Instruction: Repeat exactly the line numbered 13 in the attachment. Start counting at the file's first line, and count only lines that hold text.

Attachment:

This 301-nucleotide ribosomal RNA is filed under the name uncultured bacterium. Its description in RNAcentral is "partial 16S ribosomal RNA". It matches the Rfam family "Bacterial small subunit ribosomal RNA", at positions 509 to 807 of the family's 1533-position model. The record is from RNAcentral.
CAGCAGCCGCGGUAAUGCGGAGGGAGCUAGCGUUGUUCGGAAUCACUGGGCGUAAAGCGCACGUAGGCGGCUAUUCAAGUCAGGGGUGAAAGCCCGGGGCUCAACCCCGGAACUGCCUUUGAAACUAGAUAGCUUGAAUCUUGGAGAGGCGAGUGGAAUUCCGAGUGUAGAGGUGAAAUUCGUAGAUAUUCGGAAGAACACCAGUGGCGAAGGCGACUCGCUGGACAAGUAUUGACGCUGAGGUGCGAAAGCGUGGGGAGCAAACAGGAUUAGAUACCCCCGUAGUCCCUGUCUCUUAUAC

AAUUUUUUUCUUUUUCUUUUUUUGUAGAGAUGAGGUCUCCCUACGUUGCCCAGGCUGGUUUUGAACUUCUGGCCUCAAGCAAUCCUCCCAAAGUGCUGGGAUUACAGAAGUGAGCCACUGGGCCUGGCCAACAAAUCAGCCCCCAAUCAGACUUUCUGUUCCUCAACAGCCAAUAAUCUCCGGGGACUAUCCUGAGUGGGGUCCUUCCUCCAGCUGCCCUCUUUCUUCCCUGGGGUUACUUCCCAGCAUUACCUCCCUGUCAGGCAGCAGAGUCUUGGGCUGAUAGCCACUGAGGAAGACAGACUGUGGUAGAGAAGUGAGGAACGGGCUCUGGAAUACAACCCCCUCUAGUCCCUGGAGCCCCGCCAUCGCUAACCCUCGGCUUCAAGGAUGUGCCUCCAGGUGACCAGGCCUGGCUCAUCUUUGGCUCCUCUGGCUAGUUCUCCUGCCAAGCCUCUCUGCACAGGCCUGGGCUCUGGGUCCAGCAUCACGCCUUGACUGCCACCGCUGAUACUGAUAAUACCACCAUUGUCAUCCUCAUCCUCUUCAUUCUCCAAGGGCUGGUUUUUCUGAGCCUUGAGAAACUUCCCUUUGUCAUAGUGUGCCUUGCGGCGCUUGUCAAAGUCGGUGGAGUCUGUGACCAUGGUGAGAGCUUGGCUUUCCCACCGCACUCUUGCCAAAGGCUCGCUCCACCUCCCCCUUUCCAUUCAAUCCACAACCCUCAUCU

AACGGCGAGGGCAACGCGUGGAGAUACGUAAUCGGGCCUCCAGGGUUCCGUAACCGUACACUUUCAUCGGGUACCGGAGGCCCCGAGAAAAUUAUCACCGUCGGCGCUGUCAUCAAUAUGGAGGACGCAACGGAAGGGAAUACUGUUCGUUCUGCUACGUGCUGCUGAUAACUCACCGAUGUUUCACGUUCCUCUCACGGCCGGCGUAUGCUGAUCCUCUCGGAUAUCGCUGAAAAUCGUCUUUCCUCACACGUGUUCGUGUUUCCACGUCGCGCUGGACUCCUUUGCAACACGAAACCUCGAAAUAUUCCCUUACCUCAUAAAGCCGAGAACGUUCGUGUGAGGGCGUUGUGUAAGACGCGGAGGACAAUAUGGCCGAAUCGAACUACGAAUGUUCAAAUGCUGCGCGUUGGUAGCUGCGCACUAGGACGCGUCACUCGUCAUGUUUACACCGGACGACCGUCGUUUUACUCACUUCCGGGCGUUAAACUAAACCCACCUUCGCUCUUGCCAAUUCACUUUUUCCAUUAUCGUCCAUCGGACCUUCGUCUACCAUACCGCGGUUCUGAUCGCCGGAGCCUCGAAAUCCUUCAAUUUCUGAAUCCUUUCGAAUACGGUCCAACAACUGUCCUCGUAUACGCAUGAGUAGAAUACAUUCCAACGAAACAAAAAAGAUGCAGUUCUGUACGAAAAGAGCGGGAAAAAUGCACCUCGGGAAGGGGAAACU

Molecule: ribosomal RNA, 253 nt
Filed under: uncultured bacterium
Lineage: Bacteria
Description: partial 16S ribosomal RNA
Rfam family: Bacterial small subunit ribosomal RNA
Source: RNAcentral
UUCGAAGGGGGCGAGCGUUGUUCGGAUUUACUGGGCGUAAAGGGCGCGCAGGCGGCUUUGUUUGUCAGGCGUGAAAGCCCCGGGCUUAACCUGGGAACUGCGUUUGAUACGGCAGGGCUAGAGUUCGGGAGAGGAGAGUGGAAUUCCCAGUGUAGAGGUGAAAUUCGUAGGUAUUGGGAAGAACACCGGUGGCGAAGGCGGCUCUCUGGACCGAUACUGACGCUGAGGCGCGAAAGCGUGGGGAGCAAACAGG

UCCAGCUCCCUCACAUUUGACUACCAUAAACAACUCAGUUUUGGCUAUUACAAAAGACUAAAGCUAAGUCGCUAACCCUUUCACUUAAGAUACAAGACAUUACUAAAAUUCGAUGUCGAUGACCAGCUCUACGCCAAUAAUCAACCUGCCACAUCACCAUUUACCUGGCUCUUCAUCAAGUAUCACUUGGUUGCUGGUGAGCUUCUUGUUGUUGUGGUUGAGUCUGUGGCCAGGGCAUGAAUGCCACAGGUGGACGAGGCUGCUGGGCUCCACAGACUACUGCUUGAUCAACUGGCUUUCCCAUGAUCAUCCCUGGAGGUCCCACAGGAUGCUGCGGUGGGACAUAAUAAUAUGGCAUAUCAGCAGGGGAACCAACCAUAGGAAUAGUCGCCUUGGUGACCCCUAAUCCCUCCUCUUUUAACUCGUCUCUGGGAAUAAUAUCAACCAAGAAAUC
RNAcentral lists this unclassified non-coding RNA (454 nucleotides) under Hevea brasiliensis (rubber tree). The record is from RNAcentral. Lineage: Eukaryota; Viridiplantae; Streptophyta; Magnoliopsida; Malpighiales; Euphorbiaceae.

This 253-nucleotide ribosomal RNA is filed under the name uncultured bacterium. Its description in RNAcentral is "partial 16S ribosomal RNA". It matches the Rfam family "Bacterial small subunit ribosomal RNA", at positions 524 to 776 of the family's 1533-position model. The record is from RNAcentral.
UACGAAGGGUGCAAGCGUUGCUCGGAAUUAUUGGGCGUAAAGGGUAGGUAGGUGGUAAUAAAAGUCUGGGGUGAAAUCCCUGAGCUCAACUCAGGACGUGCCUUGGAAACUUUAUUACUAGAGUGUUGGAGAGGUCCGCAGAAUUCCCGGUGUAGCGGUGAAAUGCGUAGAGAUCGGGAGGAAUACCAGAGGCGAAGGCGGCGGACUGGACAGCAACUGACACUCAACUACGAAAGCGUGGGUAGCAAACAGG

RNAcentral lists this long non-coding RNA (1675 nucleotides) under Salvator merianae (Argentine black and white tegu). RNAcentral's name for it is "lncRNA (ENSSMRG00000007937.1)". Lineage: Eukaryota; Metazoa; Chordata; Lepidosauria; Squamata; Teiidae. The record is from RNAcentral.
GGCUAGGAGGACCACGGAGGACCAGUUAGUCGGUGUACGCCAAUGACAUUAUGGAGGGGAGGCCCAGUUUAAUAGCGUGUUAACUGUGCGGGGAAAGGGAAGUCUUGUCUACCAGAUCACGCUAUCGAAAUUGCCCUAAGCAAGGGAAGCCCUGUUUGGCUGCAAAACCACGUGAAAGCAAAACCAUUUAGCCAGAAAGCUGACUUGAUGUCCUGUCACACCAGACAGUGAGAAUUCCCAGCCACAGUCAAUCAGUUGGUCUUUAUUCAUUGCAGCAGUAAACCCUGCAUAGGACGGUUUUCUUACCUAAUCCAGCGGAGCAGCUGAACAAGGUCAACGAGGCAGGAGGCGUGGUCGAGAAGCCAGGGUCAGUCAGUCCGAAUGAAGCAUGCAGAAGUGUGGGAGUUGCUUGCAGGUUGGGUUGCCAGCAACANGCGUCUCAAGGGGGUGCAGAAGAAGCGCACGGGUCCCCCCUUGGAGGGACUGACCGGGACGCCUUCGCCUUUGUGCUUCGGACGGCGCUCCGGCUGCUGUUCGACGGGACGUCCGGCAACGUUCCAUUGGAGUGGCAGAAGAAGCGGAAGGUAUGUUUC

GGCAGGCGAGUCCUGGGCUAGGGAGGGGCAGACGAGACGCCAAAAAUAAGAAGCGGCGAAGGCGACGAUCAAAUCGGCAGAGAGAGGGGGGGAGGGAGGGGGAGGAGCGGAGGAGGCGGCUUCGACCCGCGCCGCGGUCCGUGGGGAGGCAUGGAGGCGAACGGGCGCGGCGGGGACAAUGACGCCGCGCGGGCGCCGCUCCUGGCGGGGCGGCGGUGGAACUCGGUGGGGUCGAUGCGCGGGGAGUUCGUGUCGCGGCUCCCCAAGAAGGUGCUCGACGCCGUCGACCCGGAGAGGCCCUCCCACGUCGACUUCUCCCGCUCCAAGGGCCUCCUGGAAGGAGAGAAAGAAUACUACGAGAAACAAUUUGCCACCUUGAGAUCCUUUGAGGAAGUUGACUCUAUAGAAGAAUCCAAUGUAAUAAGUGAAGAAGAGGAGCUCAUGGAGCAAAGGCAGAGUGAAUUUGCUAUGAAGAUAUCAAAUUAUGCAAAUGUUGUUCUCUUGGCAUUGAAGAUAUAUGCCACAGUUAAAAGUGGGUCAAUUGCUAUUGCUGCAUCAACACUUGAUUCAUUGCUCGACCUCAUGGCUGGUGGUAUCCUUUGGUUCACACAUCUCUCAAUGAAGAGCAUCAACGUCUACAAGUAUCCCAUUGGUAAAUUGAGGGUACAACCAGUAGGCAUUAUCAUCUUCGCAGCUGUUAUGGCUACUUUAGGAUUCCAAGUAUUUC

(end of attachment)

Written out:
RNAcentral lists this unclassified non-coding RNA (454 nucleotides) under Hevea brasiliensis (rubber tree). The record is from RNAcentral. Lineage: Eukaryota; Viridiplantae; Streptophyta; Magnoliopsida; Malpighiales; Euphorbiaceae.